Once you have determined your instructional purpose for using audio or podcasting you must also determine what audio elements are essential to making the recording such as the duration, ability to edit, as well as adding multimedia such as background music, images, text, or even geolocation. Most often you will want to create recordings which are brief and simple. This is especially true when assessing student audio because of the time required to listen to student submissions. An example might be when you ask students to record lesson reflections or exit interviews. In these circumstances, it is best to use phone or online recorders which limit the time of the recording, do not require editing, and make publishing your audio easy. The insert voice option in Microsoft Word is another example of simple audio recording. Students can use this feature to record smaller written samples to self check for errors and build fluency. If however, you know that you will be making a lengthy recording where editing mistakes, combining recordings, or adding sounds effects or music tracks is necessary then audio editors such as Audacity, Garage Band (Mac only), and Aviary’s online audio editor Myna may be good solutions. These tools are particularly useful for polished recordings intended to be published to wider audience or for culminating student projects.
Before learning about and using a particular audio recording and publishing tool you may wish to use the following matrix to evaluate which tool(s) best fit your instructional purpose and audio recording needs. I also recommend becoming comfortable with several audio applications. Relying on one application may limit your instructional outcomes or cause frustration if that application isn’t working, is discontinued or is no longer free.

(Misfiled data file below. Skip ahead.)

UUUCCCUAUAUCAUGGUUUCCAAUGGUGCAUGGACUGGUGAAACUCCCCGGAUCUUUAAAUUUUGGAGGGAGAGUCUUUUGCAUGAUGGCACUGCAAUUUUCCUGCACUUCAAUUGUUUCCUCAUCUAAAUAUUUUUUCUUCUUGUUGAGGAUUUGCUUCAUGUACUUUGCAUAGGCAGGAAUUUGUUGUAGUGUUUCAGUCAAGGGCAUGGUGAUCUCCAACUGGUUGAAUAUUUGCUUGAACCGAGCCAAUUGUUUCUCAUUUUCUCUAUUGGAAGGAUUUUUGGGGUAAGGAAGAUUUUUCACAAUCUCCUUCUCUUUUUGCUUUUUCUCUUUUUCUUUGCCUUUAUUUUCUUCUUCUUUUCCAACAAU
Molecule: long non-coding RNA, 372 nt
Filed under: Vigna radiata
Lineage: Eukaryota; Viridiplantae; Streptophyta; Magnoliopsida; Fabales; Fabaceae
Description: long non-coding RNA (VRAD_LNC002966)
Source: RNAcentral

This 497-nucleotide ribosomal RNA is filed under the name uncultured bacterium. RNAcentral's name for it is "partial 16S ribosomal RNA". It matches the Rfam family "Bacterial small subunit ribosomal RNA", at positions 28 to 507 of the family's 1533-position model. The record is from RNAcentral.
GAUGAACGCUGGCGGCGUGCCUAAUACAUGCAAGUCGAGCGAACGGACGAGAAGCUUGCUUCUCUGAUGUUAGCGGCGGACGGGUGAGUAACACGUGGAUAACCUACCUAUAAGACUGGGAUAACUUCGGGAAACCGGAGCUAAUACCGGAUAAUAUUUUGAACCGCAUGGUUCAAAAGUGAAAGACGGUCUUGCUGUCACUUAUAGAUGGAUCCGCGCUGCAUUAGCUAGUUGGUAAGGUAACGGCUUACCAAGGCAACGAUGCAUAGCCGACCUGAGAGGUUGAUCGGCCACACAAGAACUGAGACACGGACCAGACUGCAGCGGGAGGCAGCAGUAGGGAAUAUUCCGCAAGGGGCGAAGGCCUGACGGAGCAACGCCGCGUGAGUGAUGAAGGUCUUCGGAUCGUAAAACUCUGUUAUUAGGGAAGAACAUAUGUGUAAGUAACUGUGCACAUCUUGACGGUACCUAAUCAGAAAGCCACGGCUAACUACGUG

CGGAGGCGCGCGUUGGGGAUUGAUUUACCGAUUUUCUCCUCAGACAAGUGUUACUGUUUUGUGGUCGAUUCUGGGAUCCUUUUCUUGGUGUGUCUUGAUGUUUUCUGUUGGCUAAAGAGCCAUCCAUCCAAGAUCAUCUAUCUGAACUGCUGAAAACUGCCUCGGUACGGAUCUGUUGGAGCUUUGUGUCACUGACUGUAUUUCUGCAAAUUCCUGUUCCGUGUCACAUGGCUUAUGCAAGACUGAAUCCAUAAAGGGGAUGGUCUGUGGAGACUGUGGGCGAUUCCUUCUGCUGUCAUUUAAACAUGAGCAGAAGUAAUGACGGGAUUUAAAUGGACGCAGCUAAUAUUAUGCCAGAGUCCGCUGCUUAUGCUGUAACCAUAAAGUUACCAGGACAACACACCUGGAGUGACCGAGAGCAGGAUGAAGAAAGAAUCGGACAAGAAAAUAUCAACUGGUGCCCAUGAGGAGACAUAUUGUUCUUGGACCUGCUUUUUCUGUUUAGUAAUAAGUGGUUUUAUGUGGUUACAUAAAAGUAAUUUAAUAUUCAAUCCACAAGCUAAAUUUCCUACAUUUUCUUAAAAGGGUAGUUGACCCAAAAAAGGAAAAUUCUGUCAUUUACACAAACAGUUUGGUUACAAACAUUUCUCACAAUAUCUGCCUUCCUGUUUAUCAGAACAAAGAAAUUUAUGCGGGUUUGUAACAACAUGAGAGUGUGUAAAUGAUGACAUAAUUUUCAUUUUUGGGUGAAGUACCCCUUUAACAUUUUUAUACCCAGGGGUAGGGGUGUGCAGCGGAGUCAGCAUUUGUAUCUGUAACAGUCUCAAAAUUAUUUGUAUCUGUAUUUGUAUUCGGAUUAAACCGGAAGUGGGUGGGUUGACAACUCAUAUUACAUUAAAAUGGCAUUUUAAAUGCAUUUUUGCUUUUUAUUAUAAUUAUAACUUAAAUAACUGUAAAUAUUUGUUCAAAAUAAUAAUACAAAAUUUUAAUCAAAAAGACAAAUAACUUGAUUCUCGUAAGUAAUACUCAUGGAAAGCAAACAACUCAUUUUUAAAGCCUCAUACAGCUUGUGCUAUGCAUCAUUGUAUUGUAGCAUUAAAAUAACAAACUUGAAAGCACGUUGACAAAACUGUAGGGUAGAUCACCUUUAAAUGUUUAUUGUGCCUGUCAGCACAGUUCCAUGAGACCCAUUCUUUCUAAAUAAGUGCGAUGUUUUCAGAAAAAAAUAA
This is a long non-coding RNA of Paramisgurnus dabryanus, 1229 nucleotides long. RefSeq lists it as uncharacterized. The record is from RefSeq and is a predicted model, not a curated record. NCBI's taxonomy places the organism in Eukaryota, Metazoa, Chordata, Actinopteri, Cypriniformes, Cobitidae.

In most cases you will need to either install software on your computer or create an account to begin using a podcast recording service.
Next you will need to use a microphone to make your recording. Many computers have built in microphones, but external headphones which you plug in via USB or 3.5mm jacks produce much higher quality audio. If neither of these options is available consider using a phone recording service such Google Voice or iPadio.
In most cases you will want to make an Mp3 audio recording. This is true for anyone who plans to share the recording over the internet or for use on Mp3 players. Many applications such as Audioboo, iPadio, Podomatic, and Vocaroo do this automatically. Audacity requires a small program called a Lame file to be installed. Microsoft Word’s insert audio can be used with the default .wav file setting or be changed to Mp3.
Finally, you will need some means of allowing others to listen to the audio file. Microsoft Word’s insert audio, the voice recorder option on the iPod touch, and files made using Audacity can be saved locally onto the computer or iPod touch they were created on and listened to directly on those devices. In most cases, however, the audio file will need to be hosted or embedded on a website, blog, or podcasting site which can be accessed from the internet. This has the distinct advantage of allowing students to listen to the recording from a variety of devices and locations. These services also make the creation of audio more flexible as they do not require the user to be on a particular computer or device to make the recording.
Overview of audio and podcasting applications
With these steps in mind the overviews presented below are intended to get a beginning user recording and sharing their audio. Advanced uses of each particular program or application can be explored through the support documents and video tutorials associated with each application.
Cinch.fm - my new favorite
Cinch.fm - my new favorite